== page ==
Just like that, my eyes snapped open. I was sweating and panting for breath, but I was safe and sound in my own bed. I didn’t hear any piano music, and when I looked over at Ryan’s bed, he was sleeping peacefully. I lay there the rest of the night, too afraid to go back to sleep. I knew it was a dream, just a dream, but it was so real, and the more I thought about it, the more I took it as a warning.
When I went down to breakfast the next morning, I noticed something weird, not from Ryan, thank God, but from Olivia. Normally she’s bright and chipper in the morning. It’s kind of annoying; I’m usually grumpy until at least nine, but she’s usually Mary Sunshine. That morning Olivia was quiet. She didn’t say much during breakfast or on the ride to school. When she pulled up to Hamden Hill, I lingered behind while my brothers ran off to class.
“You saw something, didn’t you?” I asked.
“Gavin, I…” Olivia began.
“Don’t lie. I know you saw something. I can see it in your face.”
“Ok, I admit it,” said Olivia.
We sat quietly for a minute, before Olivia opened up.
“It was terrible. This black, I don’t know, shadow, keeps appearing in my room,” said Olivia.
“That’s the same thing I’ve been seeing,” I explained.
“I thought it was just a figment of my imagination, like Uncle Rick said. I thought maybe I was studying too hard and my mind was playing tricks on me, but last night…” she trailed off.
“Oh my God, did you have a dream?”
“Yes, it was more like a nightmare, but how did you know?” asked Olivia.
“Was there a young man, he was playing the piano and ghosts dragged him into the fireplace?” I inquired.
“Gavin, how could you possibly know that?” Olivia demanded.
“I had the same dream. The shadow figure was there, and when it was over, he said…”
“Beware?” Olivia finished for me.
“Yeah,” I nodded.
“What do you think it means?” asked Olivia.
“It has something to do with that piano. I’m sure of it,” I sighed.
“You think it’s what, haunted?”
“It would explain a lot. I called it a piece of junk the day we moved in and I got a splinter, and when that tuner said it was scrap, the lid closed on his finger,” I explained.
“You think it’s hurt people on purpose?” asked Olivia.
“I don’t know. It sounds crazy, but look what happened,” I replied, “and, well, look what it’s doing to Ryan. He’s obsessed with it. He keeps playing that song, over and over again.”
“Was it the same song in your dream?” asked Olivia.
“Yes,” she nodded.
“He’s been such a jerk lately. It has to be that stupid piano,” I sighed.
“He has been different. The little ones are scared of him. That incident with Jared…”
“Liv, what are we going to do?” I asked. “I tried talking to my dads, but they just gave me that ‘figment of your imagination’ speech.”
“I think we need to get some kind of proof or at least some kind of information, something more than just telling them what we saw,” said Olivia.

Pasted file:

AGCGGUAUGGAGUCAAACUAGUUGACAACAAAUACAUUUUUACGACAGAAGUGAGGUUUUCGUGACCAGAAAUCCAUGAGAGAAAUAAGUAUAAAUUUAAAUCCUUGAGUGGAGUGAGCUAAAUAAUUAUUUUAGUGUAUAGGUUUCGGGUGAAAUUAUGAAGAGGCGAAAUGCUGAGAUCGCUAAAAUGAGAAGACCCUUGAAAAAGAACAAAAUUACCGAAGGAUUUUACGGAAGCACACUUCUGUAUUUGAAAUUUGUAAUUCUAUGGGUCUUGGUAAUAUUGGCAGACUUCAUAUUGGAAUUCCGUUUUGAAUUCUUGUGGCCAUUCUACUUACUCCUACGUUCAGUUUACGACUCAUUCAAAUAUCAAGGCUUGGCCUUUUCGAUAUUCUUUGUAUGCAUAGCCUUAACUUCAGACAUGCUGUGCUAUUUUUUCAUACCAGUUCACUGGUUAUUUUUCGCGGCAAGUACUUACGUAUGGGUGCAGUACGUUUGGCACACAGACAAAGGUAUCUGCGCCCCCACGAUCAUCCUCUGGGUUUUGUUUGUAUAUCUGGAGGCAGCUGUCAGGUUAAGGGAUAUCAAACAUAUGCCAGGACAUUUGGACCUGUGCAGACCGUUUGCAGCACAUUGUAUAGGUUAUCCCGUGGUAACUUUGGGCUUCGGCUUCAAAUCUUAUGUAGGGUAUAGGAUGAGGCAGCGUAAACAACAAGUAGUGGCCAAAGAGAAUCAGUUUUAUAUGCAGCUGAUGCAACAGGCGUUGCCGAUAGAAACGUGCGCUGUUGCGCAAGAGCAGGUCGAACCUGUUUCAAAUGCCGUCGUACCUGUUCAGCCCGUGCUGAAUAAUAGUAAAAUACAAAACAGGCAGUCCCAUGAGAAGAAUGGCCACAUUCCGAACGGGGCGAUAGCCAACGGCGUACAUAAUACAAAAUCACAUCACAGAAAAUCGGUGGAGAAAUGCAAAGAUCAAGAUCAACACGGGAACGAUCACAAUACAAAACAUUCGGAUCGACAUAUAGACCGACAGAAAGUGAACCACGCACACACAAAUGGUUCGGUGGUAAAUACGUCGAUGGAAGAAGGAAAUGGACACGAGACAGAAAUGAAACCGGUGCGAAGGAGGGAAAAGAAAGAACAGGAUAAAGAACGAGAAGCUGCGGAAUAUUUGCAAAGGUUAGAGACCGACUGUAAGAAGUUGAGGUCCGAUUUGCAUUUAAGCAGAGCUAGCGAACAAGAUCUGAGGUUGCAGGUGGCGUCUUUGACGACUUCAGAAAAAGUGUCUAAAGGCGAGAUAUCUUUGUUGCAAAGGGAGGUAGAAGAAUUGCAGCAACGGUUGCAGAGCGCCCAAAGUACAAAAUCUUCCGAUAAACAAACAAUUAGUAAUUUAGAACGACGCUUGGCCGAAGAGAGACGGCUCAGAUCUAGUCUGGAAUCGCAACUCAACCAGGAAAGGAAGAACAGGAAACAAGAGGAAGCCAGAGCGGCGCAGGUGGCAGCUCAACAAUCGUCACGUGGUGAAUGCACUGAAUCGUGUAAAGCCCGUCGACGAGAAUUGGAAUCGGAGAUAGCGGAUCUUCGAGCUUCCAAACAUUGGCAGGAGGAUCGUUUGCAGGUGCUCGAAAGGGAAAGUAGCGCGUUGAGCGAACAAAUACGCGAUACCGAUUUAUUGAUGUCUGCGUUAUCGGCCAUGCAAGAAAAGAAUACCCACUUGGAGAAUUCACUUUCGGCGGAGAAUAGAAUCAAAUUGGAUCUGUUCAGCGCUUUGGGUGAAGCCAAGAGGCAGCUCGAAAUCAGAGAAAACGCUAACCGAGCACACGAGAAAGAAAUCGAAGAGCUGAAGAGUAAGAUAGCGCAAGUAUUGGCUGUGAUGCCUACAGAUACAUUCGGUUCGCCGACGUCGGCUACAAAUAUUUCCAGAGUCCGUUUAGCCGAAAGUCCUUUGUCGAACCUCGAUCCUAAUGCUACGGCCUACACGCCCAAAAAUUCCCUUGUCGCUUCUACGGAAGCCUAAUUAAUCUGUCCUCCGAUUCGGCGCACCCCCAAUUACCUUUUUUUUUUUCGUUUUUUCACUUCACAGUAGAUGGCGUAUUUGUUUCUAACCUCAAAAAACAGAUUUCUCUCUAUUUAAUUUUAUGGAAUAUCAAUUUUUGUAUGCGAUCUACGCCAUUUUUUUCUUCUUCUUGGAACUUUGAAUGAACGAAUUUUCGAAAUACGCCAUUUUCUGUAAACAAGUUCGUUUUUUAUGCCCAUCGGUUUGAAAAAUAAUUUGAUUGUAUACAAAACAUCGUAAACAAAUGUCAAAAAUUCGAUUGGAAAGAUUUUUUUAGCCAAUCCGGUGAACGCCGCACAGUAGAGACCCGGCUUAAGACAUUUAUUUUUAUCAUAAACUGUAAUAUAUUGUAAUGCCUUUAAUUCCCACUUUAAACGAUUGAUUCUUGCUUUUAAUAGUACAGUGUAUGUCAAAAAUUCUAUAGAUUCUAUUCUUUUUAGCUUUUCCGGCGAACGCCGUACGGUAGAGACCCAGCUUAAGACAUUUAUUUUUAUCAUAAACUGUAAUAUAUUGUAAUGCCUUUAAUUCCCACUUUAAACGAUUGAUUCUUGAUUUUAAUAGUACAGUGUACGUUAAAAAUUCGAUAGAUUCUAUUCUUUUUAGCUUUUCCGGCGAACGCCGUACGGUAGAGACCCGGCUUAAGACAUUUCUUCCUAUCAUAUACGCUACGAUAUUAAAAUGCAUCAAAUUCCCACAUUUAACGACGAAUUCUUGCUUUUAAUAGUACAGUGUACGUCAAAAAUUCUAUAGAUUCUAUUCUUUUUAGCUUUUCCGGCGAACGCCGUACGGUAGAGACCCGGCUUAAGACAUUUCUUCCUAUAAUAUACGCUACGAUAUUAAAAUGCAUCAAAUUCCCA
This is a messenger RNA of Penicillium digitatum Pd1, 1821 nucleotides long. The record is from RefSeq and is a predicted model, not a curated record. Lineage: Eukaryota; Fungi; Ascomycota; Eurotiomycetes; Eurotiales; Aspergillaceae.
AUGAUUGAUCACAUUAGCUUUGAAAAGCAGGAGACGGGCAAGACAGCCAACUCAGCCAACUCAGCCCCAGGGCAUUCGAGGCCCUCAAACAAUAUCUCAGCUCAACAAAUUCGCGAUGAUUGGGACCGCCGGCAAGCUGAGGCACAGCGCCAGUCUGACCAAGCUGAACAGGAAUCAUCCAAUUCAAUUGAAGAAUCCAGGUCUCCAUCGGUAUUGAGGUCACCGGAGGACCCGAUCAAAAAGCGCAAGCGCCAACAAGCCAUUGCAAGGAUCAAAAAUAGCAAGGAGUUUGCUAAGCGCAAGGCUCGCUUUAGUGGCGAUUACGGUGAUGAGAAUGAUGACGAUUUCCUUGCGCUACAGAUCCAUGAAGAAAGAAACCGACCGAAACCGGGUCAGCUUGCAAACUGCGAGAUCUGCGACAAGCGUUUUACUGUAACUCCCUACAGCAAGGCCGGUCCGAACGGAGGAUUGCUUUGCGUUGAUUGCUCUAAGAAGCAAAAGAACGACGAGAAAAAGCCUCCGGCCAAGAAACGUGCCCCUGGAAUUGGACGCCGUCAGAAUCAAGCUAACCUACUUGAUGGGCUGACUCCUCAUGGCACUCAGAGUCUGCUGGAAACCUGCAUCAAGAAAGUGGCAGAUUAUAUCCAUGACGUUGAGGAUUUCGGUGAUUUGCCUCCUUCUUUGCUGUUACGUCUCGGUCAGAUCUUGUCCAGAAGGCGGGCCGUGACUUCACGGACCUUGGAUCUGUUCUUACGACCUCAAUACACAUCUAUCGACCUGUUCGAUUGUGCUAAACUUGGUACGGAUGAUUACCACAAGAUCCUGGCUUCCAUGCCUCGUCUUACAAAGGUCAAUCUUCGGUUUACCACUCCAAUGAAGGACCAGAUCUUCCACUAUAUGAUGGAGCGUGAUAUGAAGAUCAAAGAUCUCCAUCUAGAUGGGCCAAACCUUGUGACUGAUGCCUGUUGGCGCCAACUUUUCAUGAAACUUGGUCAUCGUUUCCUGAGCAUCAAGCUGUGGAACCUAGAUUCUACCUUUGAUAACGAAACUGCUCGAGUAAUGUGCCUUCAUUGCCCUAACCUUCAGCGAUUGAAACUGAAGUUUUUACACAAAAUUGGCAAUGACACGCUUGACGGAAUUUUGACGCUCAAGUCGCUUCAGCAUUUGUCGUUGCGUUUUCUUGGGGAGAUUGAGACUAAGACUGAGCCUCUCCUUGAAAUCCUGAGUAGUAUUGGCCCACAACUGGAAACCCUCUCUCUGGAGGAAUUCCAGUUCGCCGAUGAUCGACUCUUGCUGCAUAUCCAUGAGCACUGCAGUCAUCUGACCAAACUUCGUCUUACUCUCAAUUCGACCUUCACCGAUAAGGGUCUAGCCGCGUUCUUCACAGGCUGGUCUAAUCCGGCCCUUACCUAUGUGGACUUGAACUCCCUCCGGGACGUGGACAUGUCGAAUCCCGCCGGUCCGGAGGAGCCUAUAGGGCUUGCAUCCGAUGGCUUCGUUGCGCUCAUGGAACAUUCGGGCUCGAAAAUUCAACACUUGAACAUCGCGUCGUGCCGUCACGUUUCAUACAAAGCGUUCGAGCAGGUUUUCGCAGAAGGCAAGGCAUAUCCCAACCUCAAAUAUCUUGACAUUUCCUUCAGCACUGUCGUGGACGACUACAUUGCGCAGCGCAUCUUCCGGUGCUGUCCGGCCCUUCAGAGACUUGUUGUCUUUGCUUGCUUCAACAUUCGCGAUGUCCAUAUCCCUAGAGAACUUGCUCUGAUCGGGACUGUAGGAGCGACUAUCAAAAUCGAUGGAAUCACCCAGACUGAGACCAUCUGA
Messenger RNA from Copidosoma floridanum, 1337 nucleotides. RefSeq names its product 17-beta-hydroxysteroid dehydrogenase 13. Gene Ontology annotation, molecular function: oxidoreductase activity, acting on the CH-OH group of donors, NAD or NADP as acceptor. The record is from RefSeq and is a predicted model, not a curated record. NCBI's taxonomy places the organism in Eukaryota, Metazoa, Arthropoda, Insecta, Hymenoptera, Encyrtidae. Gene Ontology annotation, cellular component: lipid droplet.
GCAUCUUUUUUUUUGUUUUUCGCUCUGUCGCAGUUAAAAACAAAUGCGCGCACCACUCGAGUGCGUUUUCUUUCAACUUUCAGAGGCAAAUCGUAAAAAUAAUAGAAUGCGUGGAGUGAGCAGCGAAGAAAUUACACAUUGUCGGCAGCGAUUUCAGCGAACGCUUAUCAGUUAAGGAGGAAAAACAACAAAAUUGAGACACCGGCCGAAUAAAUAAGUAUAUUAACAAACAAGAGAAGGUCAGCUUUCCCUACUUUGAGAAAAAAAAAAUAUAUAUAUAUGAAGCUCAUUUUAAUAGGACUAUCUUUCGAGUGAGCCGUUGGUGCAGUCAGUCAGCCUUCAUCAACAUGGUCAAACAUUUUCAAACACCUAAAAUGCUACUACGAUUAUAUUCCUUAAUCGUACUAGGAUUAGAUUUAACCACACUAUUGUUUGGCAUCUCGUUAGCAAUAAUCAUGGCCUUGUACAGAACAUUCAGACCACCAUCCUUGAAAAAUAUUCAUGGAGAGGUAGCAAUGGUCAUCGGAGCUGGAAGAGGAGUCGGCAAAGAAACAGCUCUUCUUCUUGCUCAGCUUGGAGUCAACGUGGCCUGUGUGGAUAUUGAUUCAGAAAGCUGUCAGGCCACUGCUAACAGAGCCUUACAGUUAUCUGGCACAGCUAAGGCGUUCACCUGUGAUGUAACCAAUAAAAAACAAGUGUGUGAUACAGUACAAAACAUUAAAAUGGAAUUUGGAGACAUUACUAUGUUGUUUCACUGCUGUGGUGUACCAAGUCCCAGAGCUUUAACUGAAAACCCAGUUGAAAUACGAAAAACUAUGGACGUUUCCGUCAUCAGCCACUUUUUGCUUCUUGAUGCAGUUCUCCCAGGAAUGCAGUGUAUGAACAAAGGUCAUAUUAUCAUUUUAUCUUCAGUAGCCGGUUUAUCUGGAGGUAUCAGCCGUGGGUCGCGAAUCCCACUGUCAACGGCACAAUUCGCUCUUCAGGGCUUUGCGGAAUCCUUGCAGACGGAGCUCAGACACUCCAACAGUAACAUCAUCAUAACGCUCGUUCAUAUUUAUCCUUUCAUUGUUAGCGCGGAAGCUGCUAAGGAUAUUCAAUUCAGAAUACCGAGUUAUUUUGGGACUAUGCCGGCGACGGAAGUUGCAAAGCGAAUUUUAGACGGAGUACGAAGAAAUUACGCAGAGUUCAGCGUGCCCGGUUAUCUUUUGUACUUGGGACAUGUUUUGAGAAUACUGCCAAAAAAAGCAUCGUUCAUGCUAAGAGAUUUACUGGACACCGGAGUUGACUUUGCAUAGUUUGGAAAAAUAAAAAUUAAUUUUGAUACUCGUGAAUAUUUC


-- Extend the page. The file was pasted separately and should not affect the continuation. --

“How do you propose to do that?” I asked.
“Are you doing anything tomorrow?”
“I was supposed to go over to Bram’s, but forget it; this is important,” I replied.
“Ok then, tomorrow’s Saturday. Your dads won’t need us to watch the boys. You and I will hit the library,” said Olivia.
“What good is that going to do?” I asked.
“It’s an old house; maybe it has a history. I’ll see what I can find out about it while you do some research on that song,” said Olivia, “Ryan keeps playing it. We both heard it in our dreams. It has to mean something.”
“You’re right. I don’t know why I didn’t see it before,” I replied, just as the bell rang.
“You better get going,” said Olivia. “But Gavin, until we know more, let’s keep this to ourselves, ok?”
“Yeah, I understand. It sounds crazy,” I agreed.
Olivia reached across the console and gave me a hug, before sending me on my way. I think she needed it as much as I did. She’d been seeing the same things I had, and facing it alone was tough. Now that we had something of a plan in place I felt a little better. I trusted Olivia, and I knew that together we’d figure out a way to help our family.
The next day Olivia and I left shortly after breakfast. It was harder to get away than we planned. It was one thing for her to need to study at the library, but it wasn’t something I ever did, so that drew questions. It didn’t help that Oli wanted to go and hear the story lady, but after a little white lie about her not being there on Saturdays, he ran off to play with Evan. Once we finally arrived at the New Haven County Library, Olivia took charge.
“I’m going to check with the librarian, see if I can use the microfilm reader to look at old copies of the New Haven Register. Why don’t you get online and see what you can find out about that song,” she instructed.